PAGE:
• Pomegranate seeds are sometimes used as a spice.

fruitCitron

  • The Citron Citrus medica is a species of citrus fruit. It is characterized by its thick rind and small sections.
  • Generally, it is eaten preserved or in bakery goods, such as fruitcakes. (The candied peel rather than the fruit is often used in cooking.)
  • The citron is known as the etrog by religious Jews, who use it in a ceremony on their Sukkoth holiday each fall.
  • In many non-English languages, a normal lemon is called a "citron" and a lime is called a "lemon", so there is a high chance for getting things mixed up during translations.

Grapefruit

  • The grapefruit is a sub-tropical citrus tree grown for its fruit.
  • The evergreen tree is usually found at around 5-6 m tall, although it can reach 13-15 m.
  • The leaves are dark green, long (up to 15 cm) and thin. It produces 5 cm white four-petal led flowers.
  • The fruit is yellow-skinned, largely oblate and ranges in diameter from 10-15 cm and has an acidic yellow segmented pulp.
  • Grapefruit can have a number of interactions with drugs, often increasing the effective potency of compounds.
  • Grapefruit seed extract is a strong antimicrobial with proven activity against bacteria and fungi.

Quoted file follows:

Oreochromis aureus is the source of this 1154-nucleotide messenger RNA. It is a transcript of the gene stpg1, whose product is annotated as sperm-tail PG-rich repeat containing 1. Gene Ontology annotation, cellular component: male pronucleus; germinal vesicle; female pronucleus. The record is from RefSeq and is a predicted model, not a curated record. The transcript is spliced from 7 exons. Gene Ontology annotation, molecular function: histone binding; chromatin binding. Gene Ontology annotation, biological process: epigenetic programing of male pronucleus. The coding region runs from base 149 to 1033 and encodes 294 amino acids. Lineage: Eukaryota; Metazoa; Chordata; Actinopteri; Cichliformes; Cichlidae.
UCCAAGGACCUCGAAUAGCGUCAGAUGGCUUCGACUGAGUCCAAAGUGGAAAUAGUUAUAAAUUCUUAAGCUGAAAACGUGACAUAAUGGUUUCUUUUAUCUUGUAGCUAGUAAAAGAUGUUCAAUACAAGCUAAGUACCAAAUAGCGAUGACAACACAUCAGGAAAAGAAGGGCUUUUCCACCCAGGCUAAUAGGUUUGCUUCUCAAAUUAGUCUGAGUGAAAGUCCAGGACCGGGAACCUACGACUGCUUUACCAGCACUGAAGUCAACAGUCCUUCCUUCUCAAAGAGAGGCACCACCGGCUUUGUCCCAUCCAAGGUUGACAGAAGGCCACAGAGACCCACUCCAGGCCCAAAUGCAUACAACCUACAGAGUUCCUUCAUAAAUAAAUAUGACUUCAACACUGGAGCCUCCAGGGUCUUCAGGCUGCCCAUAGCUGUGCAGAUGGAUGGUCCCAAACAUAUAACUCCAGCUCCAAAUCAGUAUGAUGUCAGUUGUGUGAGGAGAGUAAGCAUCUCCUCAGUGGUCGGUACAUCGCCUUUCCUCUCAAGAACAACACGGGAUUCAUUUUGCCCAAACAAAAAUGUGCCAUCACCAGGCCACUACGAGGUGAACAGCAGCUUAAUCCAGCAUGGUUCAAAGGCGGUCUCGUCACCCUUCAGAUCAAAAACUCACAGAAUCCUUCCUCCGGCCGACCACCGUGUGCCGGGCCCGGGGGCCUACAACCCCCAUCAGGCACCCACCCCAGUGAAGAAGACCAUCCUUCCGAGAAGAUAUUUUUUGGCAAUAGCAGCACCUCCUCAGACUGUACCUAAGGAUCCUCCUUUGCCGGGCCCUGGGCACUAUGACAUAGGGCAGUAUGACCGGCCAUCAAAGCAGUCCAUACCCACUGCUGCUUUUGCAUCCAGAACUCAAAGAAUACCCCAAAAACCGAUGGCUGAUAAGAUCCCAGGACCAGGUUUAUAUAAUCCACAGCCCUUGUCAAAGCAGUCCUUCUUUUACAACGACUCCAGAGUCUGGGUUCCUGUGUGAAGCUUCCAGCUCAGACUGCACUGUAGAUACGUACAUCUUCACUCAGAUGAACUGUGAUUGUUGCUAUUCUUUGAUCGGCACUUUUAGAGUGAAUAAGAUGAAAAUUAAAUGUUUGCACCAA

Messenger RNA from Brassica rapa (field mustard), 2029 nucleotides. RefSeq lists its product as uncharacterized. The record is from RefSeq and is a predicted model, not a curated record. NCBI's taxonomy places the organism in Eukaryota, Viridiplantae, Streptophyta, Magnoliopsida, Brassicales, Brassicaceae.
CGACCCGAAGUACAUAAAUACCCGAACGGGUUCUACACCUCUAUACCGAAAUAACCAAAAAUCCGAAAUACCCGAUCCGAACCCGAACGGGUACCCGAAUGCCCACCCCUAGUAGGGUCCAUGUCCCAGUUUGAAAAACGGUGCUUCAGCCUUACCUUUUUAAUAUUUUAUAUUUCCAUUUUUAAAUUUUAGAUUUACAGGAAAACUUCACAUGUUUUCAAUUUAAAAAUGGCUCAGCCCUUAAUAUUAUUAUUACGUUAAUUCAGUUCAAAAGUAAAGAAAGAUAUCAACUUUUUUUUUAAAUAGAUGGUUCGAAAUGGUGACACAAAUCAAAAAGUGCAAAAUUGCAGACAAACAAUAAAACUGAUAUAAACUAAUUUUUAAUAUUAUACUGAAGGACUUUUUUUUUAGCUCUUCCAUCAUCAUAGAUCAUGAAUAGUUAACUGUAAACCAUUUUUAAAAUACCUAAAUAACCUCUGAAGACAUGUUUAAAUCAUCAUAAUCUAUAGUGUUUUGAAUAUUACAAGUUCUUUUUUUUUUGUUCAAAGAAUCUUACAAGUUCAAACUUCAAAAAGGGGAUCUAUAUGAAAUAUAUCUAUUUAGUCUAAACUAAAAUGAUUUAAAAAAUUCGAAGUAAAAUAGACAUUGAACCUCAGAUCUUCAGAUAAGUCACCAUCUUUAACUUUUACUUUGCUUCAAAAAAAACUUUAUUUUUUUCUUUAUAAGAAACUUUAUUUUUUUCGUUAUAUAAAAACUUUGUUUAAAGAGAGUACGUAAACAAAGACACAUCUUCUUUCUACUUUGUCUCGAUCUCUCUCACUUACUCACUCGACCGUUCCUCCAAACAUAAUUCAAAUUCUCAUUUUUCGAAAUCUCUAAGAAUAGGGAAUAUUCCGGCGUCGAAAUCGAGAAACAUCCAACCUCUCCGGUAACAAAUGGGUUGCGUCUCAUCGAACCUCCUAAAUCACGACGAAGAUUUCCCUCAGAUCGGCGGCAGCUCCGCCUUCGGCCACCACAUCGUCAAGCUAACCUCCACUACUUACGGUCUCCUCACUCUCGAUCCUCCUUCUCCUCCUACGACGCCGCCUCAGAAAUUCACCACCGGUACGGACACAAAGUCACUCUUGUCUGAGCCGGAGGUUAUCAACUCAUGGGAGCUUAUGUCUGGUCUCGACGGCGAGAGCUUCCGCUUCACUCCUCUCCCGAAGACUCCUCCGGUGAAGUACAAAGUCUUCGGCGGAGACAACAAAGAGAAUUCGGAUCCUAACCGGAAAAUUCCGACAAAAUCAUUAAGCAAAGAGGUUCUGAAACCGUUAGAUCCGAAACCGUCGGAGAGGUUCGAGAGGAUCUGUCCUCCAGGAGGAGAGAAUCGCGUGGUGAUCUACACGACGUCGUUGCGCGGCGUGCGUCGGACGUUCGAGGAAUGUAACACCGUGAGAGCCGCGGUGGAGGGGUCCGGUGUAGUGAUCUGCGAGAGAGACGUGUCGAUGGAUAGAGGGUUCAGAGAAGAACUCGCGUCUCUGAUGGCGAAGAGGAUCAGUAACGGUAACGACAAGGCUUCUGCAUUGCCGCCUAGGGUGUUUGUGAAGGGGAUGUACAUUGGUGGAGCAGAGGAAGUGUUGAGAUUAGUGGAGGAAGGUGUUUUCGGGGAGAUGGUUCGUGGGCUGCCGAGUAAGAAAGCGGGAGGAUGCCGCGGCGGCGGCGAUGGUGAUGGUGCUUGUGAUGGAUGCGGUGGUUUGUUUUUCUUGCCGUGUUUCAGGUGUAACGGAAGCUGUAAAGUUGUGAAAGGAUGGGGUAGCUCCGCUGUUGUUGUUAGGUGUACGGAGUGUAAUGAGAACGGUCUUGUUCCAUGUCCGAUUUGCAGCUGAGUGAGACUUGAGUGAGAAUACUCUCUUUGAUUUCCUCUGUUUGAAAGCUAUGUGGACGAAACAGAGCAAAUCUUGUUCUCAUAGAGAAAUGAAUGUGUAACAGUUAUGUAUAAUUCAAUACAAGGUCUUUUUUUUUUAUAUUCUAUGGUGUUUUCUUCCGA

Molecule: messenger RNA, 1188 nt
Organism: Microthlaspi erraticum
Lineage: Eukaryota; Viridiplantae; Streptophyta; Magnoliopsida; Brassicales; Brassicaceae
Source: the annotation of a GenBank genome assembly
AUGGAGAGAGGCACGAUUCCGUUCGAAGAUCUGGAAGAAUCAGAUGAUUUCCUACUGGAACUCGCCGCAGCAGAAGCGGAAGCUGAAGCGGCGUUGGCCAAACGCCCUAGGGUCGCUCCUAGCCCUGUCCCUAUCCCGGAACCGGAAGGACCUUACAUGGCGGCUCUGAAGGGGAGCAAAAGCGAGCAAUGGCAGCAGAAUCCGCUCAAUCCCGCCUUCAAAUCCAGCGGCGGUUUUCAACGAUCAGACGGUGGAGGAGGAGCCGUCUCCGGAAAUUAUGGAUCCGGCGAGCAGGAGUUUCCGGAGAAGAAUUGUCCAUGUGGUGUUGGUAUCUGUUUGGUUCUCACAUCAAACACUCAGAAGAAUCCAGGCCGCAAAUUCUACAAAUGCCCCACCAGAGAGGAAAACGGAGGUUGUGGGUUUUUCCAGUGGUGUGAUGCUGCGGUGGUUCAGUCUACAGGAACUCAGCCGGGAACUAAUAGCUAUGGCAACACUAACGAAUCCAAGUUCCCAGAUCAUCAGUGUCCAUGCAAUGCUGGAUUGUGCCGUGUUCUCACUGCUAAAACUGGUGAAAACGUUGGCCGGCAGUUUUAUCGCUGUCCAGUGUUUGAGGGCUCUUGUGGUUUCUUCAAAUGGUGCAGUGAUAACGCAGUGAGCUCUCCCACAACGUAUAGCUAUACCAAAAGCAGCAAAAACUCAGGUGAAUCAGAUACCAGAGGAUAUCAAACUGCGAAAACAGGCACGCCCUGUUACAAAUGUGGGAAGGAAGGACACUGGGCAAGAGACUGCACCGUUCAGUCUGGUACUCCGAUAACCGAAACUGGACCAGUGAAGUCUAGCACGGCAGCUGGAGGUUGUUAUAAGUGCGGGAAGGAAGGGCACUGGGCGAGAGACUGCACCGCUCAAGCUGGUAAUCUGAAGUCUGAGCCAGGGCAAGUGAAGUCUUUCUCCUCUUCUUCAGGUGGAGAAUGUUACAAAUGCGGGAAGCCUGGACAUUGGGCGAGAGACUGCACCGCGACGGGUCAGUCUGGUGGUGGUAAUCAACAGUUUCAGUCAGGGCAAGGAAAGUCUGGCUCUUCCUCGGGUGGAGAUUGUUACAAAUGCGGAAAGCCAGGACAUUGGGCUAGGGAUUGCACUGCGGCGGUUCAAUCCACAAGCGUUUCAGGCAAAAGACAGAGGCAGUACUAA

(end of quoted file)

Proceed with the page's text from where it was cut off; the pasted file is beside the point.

• Grapefruit formed a core part of the so-called grapefruit diet, under the pretext of being able to increase the metabolism and burn fat since grapefruit have a low glycemic index.

Lemon

  • Lemons are the citrus fruit from the tree Citrus x lemon, a hybrid of cultivated origin.
  • They are cultivated primarily for their juice, though the pulp and rind are also used, primarily in cooking or mixing.
  • Lemon juice is about 5% citric acid, which gives lemons a sour taste.
  • This is a small tree, to 6 m (20 ft) but usually smaller. The branches are thorny, and form an open crown. The leaves are elliptical-acuminate.
  • Flowers are violet and streaked in the interior and white on the outside.
  • Both lemons and limes are regularly served as lemonade (natural lemon with water and sugar) or limeade, its equivalent, or as a garnish for drinks such as cola with a slice either inside or on the rim of the glass.
  • Lemon juice is typically dripped onto battered fish dishes in restaurants in the United Kingdom and other countries—the acidic juice neutralizes the taste of amines in fish.
  • Lemon juice contains approximately 500 milligrams of vitamin C and 50 grams of citric acid per liter.